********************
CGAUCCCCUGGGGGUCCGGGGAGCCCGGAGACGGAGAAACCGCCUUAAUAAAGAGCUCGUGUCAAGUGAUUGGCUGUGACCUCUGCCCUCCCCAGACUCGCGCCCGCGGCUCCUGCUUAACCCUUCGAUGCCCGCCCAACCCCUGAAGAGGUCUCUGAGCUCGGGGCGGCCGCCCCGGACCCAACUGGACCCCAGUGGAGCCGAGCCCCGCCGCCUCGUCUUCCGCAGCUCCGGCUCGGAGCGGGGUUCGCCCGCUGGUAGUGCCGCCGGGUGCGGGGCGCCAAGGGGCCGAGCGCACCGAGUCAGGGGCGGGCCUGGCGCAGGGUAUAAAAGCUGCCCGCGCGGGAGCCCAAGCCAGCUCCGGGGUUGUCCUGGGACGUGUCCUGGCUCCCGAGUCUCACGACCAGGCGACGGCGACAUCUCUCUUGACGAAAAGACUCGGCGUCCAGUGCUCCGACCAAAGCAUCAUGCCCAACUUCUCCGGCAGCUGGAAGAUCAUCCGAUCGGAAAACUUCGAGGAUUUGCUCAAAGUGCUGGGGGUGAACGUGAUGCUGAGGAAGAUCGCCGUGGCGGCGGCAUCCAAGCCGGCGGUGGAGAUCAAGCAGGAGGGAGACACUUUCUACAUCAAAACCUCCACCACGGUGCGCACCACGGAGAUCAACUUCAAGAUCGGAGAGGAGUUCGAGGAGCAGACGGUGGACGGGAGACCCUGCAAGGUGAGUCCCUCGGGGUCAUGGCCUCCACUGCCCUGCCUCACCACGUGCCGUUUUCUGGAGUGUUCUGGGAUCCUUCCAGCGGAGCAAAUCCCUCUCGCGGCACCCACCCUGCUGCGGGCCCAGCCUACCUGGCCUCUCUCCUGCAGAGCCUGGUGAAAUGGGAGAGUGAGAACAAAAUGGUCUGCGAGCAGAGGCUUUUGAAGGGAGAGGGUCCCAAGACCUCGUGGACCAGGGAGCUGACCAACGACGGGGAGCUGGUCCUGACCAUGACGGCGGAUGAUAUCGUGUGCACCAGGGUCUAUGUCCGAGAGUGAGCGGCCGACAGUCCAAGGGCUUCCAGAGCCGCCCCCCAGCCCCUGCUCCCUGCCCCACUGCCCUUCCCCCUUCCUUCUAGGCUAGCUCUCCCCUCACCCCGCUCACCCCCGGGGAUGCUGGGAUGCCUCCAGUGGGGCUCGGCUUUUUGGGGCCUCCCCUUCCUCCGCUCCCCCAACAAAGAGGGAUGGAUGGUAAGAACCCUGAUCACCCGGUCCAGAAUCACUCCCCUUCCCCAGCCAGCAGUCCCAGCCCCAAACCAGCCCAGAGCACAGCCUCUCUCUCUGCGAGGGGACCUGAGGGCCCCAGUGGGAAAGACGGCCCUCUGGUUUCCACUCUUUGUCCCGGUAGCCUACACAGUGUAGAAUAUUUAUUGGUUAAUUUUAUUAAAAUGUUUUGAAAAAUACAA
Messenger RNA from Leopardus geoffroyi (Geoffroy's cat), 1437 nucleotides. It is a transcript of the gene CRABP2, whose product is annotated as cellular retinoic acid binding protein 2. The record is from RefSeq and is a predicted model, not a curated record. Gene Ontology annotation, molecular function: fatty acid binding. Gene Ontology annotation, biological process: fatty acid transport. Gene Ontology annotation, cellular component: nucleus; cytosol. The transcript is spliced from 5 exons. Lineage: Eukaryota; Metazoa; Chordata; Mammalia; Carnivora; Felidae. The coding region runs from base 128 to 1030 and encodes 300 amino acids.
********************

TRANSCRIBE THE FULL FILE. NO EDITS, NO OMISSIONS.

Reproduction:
CGAUCCCCUGGGGGUCCGGGGAGCCCGGAGACGGAGAAACCGCCUUAAUAAAGAGCUCGUGUCAAGUGAUUGGCUGUGACCUCUGCCCUCCCCAGACUCGCGCCCGCGGCUCCUGCUUAACCCUUCGAUGCCCGCCCAACCCCUGAAGAGGUCUCUGAGCUCGGGGCGGCCGCCCCGGACCCAACUGGACCCCAGUGGAGCCGAGCCCCGCCGCCUCGUCUUCCGCAGCUCCGGCUCGGAGCGGGGUUCGCCCGCUGGUAGUGCCGCCGGGUGCGGGGCGCCAAGGGGCCGAGCGCACCGAGUCAGGGGCGGGCCUGGCGCAGGGUAUAAAAGCUGCCCGCGCGGGAGCCCAAGCCAGCUCCGGGGUUGUCCUGGGACGUGUCCUGGCUCCCGAGUCUCACGACCAGGCGACGGCGACAUCUCUCUUGACGAAAAGACUCGGCGUCCAGUGCUCCGACCAAAGCAUCAUGCCCAACUUCUCCGGCAGCUGGAAGAUCAUCCGAUCGGAAAACUUCGAGGAUUUGCUCAAAGUGCUGGGGGUGAACGUGAUGCUGAGGAAGAUCGCCGUGGCGGCGGCAUCCAAGCCGGCGGUGGAGAUCAAGCAGGAGGGAGACACUUUCUACAUCAAAACCUCCACCACGGUGCGCACCACGGAGAUCAACUUCAAGAUCGGAGAGGAGUUCGAGGAGCAGACGGUGGACGGGAGACCCUGCAAGGUGAGUCCCUCGGGGUCAUGGCCUCCACUGCCCUGCCUCACCACGUGCCGUUUUCUGGAGUGUUCUGGGAUCCUUCCAGCGGAGCAAAUCCCUCUCGCGGCACCCACCCUGCUGCGGGCCCAGCCUACCUGGCCUCUCUCCUGCAGAGCCUGGUGAAAUGGGAGAGUGAGAACAAAAUGGUCUGCGAGCAGAGGCUUUUGAAGGGAGAGGGUCCCAAGACCUCGUGGACCAGGGAGCUGACCAACGACGGGGAGCUGGUCCUGACCAUGACGGCGGAUGAUAUCGUGUGCACCAGGGUCUAUGUCCGAGAGUGAGCGGCCGACAGUCCAAGGGCUUCCAGAGCCGCCCCCCAGCCCCUGCUCCCUGCCCCACUGCCCUUCCCCCUUCCUUCUAGGCUAGCUCUCCCCUCACCCCGCUCACCCCCGGGGAUGCUGGGAUGCCUCCAGUGGGGCUCGGCUUUUUGGGGCCUCCCCUUCCUCCGCUCCCCCAACAAAGAGGGAUGGAUGGUAAGAACCCUGAUCACCCGGUCCAGAAUCACUCCCCUUCCCCAGCCAGCAGUCCCAGCCCCAAACCAGCCCAGAGCACAGCCUCUCUCUCUGCGAGGGGACCUGAGGGCCCCAGUGGGAAAGACGGCCCUCUGGUUUCCACUCUUUGUCCCGGUAGCCUACACAGUGUAGAAUAUUUAUUGGUUAAUUUUAUUAAAAUGUUUUGAAAAAUACAA
Messenger RNA from Leopardus geoffroyi (Geoffroy's cat), 1437 nucleotides. It is a transcript of the gene CRABP2, whose product is annotated as cellular retinoic acid binding protein 2. The record is from RefSeq and is a predicted model, not a curated record. Gene Ontology annotation, molecular function: fatty acid binding. Gene Ontology annotation, biological process: fatty acid transport. Gene Ontology annotation, cellular component: nucleus; cytosol. The transcript is spliced from 5 exons. Lineage: Eukaryota; Metazoa; Chordata; Mammalia; Carnivora; Felidae. The coding region runs from base 128 to 1030 and encodes 300 amino acids.